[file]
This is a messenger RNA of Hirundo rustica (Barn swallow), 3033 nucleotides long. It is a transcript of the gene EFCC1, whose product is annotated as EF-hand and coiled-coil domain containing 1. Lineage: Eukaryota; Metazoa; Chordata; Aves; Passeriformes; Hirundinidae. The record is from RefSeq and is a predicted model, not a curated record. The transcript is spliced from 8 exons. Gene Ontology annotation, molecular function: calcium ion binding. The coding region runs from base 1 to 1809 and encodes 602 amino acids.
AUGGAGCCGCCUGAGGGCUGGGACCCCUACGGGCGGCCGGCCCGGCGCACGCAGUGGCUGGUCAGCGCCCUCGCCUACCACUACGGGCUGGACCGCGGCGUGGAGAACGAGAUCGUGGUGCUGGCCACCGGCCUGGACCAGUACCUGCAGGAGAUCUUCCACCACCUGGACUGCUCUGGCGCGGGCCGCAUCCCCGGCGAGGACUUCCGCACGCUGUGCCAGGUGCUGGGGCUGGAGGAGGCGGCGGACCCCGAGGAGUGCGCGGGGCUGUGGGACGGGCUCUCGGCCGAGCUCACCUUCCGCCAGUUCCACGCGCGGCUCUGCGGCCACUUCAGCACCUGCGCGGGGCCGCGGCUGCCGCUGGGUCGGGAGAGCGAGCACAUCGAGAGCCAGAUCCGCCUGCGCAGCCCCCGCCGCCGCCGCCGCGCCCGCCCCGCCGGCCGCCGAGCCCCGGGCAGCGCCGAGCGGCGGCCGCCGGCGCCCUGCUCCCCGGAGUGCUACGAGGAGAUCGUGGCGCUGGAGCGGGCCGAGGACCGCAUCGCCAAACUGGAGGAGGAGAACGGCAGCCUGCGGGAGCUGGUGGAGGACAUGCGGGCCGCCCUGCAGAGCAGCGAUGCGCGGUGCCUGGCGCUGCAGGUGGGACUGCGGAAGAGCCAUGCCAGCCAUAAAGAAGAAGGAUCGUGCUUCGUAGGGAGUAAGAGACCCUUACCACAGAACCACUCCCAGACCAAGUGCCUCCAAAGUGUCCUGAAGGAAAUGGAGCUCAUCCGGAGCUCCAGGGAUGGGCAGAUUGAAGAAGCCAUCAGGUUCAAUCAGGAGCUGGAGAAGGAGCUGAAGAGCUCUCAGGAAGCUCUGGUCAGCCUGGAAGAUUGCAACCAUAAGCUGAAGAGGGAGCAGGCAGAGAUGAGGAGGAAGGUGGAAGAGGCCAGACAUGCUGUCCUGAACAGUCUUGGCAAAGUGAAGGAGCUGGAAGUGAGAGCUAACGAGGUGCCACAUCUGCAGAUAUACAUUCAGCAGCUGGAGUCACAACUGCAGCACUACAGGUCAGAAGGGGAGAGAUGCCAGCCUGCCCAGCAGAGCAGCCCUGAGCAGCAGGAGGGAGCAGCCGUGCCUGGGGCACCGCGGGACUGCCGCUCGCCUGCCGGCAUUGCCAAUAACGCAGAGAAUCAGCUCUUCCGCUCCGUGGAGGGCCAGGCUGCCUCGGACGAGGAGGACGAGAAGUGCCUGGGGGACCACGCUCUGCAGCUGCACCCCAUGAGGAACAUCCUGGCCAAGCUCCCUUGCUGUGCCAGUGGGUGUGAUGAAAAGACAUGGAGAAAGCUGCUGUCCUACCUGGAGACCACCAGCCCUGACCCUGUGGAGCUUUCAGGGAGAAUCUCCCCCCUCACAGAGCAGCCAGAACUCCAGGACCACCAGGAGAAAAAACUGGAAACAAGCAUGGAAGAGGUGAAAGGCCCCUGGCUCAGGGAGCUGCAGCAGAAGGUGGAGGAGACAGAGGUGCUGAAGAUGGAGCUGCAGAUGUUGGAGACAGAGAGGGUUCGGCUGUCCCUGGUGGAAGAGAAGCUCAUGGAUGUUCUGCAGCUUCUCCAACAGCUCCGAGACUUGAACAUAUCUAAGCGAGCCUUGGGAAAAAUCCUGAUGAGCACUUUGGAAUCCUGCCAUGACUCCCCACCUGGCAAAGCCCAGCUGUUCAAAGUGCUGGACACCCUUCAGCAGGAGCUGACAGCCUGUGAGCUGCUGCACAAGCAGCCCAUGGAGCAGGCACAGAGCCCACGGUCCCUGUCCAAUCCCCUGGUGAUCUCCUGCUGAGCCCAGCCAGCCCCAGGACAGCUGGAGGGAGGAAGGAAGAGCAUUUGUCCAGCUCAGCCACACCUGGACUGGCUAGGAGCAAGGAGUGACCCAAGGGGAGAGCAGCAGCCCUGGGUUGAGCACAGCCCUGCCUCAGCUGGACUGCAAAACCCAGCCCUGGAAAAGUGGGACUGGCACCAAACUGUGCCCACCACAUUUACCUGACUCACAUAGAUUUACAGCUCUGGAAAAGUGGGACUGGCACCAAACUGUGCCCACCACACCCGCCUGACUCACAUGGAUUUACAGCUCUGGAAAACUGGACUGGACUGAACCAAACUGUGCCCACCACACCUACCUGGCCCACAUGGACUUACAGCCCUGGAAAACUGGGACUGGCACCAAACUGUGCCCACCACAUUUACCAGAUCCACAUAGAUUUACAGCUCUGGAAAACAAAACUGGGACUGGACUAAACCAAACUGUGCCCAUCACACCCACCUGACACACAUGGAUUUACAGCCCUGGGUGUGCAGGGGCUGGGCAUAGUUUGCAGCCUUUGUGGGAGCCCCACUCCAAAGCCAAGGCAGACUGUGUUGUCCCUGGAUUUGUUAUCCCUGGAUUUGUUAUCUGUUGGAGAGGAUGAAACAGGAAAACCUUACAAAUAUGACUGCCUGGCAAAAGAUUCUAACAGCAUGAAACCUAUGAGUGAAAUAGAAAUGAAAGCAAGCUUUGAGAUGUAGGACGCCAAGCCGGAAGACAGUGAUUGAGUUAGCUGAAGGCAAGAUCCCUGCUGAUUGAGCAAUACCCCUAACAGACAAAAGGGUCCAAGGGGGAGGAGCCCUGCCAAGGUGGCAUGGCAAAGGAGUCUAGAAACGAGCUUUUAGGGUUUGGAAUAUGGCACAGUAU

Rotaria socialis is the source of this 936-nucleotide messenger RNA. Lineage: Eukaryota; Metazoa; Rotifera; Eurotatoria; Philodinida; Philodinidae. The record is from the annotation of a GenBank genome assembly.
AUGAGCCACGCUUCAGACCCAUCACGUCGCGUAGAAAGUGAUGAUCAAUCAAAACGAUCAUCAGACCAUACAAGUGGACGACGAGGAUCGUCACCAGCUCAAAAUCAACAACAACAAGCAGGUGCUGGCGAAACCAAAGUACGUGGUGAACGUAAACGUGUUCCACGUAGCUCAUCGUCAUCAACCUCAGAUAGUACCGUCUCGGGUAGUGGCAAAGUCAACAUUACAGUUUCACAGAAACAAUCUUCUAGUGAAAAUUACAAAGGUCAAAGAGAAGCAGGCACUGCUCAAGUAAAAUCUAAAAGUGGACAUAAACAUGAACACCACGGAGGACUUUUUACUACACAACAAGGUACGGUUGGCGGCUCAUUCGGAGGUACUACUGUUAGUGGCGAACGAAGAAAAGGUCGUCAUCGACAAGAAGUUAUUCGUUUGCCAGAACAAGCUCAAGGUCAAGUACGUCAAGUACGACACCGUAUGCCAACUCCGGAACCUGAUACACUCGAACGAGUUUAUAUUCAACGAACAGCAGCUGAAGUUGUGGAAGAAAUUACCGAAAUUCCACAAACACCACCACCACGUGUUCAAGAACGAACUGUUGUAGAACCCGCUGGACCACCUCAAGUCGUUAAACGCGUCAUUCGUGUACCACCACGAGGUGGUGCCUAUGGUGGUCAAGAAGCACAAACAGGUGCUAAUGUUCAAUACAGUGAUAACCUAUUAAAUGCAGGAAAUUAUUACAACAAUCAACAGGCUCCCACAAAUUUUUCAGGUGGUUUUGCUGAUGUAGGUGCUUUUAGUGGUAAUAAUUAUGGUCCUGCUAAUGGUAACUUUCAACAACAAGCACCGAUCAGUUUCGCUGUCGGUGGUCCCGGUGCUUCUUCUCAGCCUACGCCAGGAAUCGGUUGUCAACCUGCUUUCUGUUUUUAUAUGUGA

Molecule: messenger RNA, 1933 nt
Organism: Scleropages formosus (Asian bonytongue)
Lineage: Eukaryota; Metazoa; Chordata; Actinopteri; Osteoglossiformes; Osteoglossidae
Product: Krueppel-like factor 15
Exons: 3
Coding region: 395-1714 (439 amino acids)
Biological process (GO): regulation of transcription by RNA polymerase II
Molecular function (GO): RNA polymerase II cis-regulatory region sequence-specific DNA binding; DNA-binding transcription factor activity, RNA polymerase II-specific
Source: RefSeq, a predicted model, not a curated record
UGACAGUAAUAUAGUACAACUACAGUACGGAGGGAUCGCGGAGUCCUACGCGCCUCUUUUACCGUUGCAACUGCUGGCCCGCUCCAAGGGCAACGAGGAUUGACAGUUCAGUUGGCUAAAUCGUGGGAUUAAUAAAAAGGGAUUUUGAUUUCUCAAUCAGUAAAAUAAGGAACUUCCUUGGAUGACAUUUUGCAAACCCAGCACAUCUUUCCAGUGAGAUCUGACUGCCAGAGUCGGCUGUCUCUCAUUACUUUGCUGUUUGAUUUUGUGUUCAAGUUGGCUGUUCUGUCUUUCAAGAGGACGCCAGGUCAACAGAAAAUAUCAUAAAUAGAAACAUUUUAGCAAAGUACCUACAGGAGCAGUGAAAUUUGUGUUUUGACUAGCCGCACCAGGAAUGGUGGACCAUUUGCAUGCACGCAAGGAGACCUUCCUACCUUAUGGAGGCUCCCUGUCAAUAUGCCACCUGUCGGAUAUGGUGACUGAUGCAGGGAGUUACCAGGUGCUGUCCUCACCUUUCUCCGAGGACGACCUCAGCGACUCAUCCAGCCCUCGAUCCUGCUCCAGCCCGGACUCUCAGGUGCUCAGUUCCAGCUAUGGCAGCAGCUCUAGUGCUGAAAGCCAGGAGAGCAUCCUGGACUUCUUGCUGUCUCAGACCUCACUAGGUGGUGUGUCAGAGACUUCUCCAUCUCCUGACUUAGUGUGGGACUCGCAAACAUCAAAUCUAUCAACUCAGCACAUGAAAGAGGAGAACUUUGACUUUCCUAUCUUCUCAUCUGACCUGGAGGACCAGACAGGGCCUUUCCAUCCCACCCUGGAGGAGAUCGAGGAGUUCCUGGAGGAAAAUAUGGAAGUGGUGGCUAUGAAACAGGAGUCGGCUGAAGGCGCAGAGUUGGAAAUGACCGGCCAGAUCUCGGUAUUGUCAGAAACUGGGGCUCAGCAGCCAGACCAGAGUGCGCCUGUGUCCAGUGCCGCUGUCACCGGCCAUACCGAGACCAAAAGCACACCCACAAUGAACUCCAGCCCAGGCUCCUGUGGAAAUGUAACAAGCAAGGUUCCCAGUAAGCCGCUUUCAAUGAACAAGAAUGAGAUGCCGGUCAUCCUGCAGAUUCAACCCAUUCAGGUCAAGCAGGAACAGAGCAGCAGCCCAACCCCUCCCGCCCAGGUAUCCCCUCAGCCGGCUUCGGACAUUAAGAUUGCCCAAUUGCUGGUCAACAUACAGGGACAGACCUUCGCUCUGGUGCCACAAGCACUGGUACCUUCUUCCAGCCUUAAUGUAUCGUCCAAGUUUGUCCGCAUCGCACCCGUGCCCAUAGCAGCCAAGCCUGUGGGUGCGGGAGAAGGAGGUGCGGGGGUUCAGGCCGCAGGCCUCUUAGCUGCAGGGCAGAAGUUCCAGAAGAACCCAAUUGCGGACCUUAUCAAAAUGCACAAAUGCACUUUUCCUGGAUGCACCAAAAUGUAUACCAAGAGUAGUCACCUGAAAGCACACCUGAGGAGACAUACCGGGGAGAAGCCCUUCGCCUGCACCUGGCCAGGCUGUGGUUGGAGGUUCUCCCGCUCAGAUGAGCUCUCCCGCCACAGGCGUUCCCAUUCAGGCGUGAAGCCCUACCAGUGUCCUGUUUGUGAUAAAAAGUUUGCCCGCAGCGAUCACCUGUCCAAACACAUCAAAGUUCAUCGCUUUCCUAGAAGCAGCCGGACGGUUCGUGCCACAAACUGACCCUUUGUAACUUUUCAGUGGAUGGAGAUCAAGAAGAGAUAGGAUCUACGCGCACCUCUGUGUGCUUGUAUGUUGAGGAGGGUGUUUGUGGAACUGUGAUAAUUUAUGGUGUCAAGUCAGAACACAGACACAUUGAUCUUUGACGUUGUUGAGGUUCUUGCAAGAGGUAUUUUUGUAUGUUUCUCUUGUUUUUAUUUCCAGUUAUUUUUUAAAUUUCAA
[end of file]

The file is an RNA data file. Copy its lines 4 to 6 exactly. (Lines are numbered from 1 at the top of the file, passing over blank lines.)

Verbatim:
AUGAGCCACGCUUCAGACCCAUCACGUCGCGUAGAAAGUGAUGAUCAAUCAAAACGAUCAUCAGACCAUACAAGUGGACGACGAGGAUCGUCACCAGCUCAAAAUCAACAACAACAAGCAGGUGCUGGCGAAACCAAAGUACGUGGUGAACGUAAACGUGUUCCACGUAGCUCAUCGUCAUCAACCUCAGAUAGUACCGUCUCGGGUAGUGGCAAAGUCAACAUUACAGUUUCACAGAAACAAUCUUCUAGUGAAAAUUACAAAGGUCAAAGAGAAGCAGGCACUGCUCAAGUAAAAUCUAAAAGUGGACAUAAACAUGAACACCACGGAGGACUUUUUACUACACAACAAGGUACGGUUGGCGGCUCAUUCGGAGGUACUACUGUUAGUGGCGAACGAAGAAAAGGUCGUCAUCGACAAGAAGUUAUUCGUUUGCCAGAACAAGCUCAAGGUCAAGUACGUCAAGUACGACACCGUAUGCCAACUCCGGAACCUGAUACACUCGAACGAGUUUAUAUUCAACGAACAGCAGCUGAAGUUGUGGAAGAAAUUACCGAAAUUCCACAAACACCACCACCACGUGUUCAAGAACGAACUGUUGUAGAACCCGCUGGACCACCUCAAGUCGUUAAACGCGUCAUUCGUGUACCACCACGAGGUGGUGCCUAUGGUGGUCAAGAAGCACAAACAGGUGCUAAUGUUCAAUACAGUGAUAACCUAUUAAAUGCAGGAAAUUAUUACAACAAUCAACAGGCUCCCACAAAUUUUUCAGGUGGUUUUGCUGAUGUAGGUGCUUUUAGUGGUAAUAAUUAUGGUCCUGCUAAUGGUAACUUUCAACAACAAGCACCGAUCAGUUUCGCUGUCGGUGGUCCCGGUGCUUCUUCUCAGCCUACGCCAGGAAUCGGUUGUCAACCUGCUUUCUGUUUUUAUAUGUGA

Molecule: messenger RNA, 1933 nt
Organism: Scleropages formosus (Asian bonytongue)